Extreme weather events, including hurricanes, floods, and blizzards, have become increasingly common across the planet. Global warming and climate change are further escalating the frequency of such incidents.
Needless to say, these natural disasters cause widespread loss of lives and property damage. Also, they pose a series of safety and operational challenges for business organizations.
Inclement weather conditions, such as thunderstorms and heavy rainfall, often restrict access to key systems and data. That, in turn, will disrupt business operations, supply chains, and product development lifecycles, as well as result in financial losses.
Not having access to internet connectivity and communications tools could also take a toll on customer experience and satisfaction. Moreover, such weather conditions could jeopardize the safety of your employees.
That’s why it is important to take the right steps to make the office resistant to severe weather. In this blog, we’ve outlined a few tips to help you prepare your workplace to better deal with extreme weather events. Let’s take a look.
1. Define a Power Outage Plan
An office-wide power outage is one of the most common consequences of severe weather conditions. Whether you’re running a small startup, a brick-and-mortar store, or a large corporation, an uninterrupted power supply is necessary for running your business.
It’s only when you lose access to the electricity supply that you realize how crucial it is for running your business. In fact, businesses lose nearly $30 billion because of power outages every year.
Apart from disrupting business operations and diminishing revenue, a power outage could also result in accidents, injuries, and panic at the workplace.
That’s why you must read more about ways to deal with a power outage at the workplace. Start by installing a high-quality generator that provides reliable power backup in the event of an outage.
Also, audit your business and understand how crucial electricity is for different operations. Devise suitable steps to continue these operations even without the regular electricity supply. Similarly, figure out ways to connect with your employees and customers when a power outage renders your go-to communication systems non-functional.
2. Outline an Emergency Response Plan
Dealing with a power outage is just one of the several aspects of preparing for inclement weather. You also need to create an emergency response plan that defines the precise steps every employee should take to protect themselves during an extreme weather event.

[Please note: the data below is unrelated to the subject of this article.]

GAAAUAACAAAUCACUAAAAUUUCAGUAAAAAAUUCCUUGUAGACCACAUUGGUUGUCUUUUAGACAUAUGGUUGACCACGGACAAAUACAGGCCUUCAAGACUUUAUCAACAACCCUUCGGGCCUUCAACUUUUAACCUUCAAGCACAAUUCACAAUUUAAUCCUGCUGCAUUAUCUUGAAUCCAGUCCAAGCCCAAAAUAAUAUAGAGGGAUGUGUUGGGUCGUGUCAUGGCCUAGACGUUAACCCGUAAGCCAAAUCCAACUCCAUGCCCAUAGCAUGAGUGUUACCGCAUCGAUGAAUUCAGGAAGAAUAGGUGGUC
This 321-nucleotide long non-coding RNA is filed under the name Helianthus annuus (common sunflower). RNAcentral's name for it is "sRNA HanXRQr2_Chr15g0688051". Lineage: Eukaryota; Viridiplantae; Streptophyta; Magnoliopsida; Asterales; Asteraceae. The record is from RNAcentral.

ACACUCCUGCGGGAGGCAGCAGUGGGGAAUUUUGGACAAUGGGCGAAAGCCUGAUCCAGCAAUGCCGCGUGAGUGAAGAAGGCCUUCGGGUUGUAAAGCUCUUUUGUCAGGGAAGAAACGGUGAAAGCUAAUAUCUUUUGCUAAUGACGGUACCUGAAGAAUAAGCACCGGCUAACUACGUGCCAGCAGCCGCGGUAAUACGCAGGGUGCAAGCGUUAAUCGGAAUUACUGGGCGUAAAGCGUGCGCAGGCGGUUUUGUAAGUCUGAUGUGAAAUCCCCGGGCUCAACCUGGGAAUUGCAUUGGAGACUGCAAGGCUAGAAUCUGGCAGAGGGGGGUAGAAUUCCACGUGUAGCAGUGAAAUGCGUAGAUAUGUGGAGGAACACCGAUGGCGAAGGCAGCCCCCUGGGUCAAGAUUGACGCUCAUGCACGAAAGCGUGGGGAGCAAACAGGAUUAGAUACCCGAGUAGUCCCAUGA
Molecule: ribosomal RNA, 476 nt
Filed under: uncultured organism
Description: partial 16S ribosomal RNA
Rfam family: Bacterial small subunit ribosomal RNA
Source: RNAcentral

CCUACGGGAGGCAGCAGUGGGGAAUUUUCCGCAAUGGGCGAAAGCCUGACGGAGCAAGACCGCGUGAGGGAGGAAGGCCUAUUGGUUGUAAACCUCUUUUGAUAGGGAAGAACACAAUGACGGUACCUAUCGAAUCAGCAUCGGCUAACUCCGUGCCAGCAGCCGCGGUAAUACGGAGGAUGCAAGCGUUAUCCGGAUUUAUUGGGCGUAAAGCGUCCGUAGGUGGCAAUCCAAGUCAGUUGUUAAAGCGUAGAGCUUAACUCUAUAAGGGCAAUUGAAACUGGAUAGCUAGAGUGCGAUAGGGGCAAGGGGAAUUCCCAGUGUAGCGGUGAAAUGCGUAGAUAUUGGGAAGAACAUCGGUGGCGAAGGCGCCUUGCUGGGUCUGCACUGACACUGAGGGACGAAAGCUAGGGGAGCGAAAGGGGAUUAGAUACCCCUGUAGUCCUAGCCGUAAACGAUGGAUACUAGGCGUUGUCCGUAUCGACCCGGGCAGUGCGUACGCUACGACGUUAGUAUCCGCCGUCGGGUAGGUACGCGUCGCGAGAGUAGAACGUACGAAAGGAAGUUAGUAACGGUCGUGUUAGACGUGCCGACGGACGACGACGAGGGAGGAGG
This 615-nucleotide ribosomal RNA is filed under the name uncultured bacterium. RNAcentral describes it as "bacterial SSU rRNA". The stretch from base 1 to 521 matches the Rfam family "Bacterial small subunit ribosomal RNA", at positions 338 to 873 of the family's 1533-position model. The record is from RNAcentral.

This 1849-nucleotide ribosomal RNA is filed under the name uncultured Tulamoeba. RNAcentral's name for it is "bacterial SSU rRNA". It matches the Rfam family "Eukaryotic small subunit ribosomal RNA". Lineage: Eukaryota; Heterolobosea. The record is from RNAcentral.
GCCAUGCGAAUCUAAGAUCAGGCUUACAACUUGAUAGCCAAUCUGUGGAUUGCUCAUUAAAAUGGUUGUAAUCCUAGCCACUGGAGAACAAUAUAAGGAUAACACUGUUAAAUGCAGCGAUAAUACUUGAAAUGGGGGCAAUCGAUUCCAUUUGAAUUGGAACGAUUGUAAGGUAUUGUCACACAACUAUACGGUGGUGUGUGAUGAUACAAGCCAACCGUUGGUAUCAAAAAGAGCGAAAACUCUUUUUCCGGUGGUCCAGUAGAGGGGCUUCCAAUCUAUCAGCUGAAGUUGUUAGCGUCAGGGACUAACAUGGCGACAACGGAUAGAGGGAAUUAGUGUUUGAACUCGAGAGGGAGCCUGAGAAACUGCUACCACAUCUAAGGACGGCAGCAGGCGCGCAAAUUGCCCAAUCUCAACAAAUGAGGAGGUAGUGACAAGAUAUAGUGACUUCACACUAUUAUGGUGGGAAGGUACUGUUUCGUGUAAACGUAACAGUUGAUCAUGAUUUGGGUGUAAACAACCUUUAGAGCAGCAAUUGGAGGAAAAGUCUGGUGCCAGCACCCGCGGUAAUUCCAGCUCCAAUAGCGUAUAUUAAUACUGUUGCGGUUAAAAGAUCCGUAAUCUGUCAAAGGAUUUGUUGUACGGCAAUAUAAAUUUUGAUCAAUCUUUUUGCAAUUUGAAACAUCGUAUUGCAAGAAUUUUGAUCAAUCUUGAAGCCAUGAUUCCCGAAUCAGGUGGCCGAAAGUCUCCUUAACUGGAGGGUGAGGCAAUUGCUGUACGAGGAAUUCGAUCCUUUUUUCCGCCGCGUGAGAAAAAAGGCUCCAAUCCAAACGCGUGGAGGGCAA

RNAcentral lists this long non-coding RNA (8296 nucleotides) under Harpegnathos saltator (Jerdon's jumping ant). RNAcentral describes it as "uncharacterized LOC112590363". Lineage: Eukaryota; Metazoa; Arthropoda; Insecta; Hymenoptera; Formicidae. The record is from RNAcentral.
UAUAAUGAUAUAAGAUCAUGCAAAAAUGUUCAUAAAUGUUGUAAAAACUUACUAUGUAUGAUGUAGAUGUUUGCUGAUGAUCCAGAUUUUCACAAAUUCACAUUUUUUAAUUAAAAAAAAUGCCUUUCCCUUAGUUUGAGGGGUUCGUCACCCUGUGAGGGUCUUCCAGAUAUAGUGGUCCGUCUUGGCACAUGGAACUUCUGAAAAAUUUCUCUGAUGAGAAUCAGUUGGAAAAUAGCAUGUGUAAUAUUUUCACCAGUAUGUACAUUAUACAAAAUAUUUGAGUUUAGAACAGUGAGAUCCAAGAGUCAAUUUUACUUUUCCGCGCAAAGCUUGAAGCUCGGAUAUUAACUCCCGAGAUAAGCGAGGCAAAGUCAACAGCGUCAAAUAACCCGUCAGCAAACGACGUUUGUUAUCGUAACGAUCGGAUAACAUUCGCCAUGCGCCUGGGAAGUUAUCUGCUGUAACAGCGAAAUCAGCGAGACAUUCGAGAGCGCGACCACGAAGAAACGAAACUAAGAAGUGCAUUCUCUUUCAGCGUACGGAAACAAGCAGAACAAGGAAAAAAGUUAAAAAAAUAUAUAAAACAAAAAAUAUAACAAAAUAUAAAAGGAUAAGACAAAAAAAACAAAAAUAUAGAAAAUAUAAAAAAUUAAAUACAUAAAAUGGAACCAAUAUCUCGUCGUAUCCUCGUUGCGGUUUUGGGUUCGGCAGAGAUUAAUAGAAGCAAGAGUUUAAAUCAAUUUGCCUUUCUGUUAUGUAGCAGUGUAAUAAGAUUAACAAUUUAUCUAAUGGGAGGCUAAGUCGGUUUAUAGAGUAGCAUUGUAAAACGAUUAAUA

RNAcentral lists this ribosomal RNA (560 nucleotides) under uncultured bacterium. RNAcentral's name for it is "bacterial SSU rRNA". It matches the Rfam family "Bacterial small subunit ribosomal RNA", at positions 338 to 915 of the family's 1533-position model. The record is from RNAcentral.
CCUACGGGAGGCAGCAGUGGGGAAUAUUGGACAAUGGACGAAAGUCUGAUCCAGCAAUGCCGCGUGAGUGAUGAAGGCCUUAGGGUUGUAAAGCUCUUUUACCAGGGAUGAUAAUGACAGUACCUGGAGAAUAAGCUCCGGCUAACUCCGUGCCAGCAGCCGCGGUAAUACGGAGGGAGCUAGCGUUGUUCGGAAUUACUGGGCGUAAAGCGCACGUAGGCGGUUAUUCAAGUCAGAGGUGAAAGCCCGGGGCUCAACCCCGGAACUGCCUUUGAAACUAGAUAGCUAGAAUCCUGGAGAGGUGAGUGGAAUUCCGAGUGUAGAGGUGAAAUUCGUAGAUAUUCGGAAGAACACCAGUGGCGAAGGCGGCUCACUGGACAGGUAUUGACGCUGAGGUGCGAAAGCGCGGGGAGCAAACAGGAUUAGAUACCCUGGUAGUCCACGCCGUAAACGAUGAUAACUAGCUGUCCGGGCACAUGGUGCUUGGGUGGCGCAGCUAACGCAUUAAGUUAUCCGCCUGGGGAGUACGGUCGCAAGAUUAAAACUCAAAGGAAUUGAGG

From evacuation routes and nearest exits to safe assembly points and emergency phone numbers – make sure your emergency response plan outlines all these details. Also, assign specific roles and responsibilities to individual employees. Make sure each person knows who to look up to for guidance and instructions during any crisis.
You could consider working with disaster recovery experts to build an emergency response plan that actually works. Don’t forget to share the plan with all your employees. It’s just as important to print physical copies of the plan and display them throughout the office.
Additionally, it’s a good idea to conduct practice drills to familiarize employees with exit points and evacuation procedures. These activities will also help you identify and correct any gaps in your strategy.
3. Secure Your Locations
Poor construction, low-quality building materials, loose fixtures, and wobbly furniture could create additional threats during a hurricane or blizzard. Similarly, faulty electrical wiring and plumbing could pose serious threats.
That’s why it is necessary to regularly inspect your office premises and ensure that every building is structurally sound. Watch out for any visible signs of faulty construction. Also, it’s a good time to inspect the wiring and make sure the air-conditioning and HVAC filters are working.
Don’t forget to check the interiors, and secure any dangling fixtures and unsteady interiors. Make sure there aren’t any cracks on the doors and windows. Lastly, get sturdy stands or tables to securely mount all your appliances and equipment.
It’s not up to you to control the frequency or intensity of extreme weather events. Climate change will only catalyze the occurrence of such events in the future. But that doesn’t mean you can’t do anything to minimize the impact of adverse weather on your business.
Start by outlining an emergency response plan and sharing it with your employees. Also, devise a robust contingency plan to deal with a power outage at the workplace. Lastly, inspect your office premises to ensure structural integrity.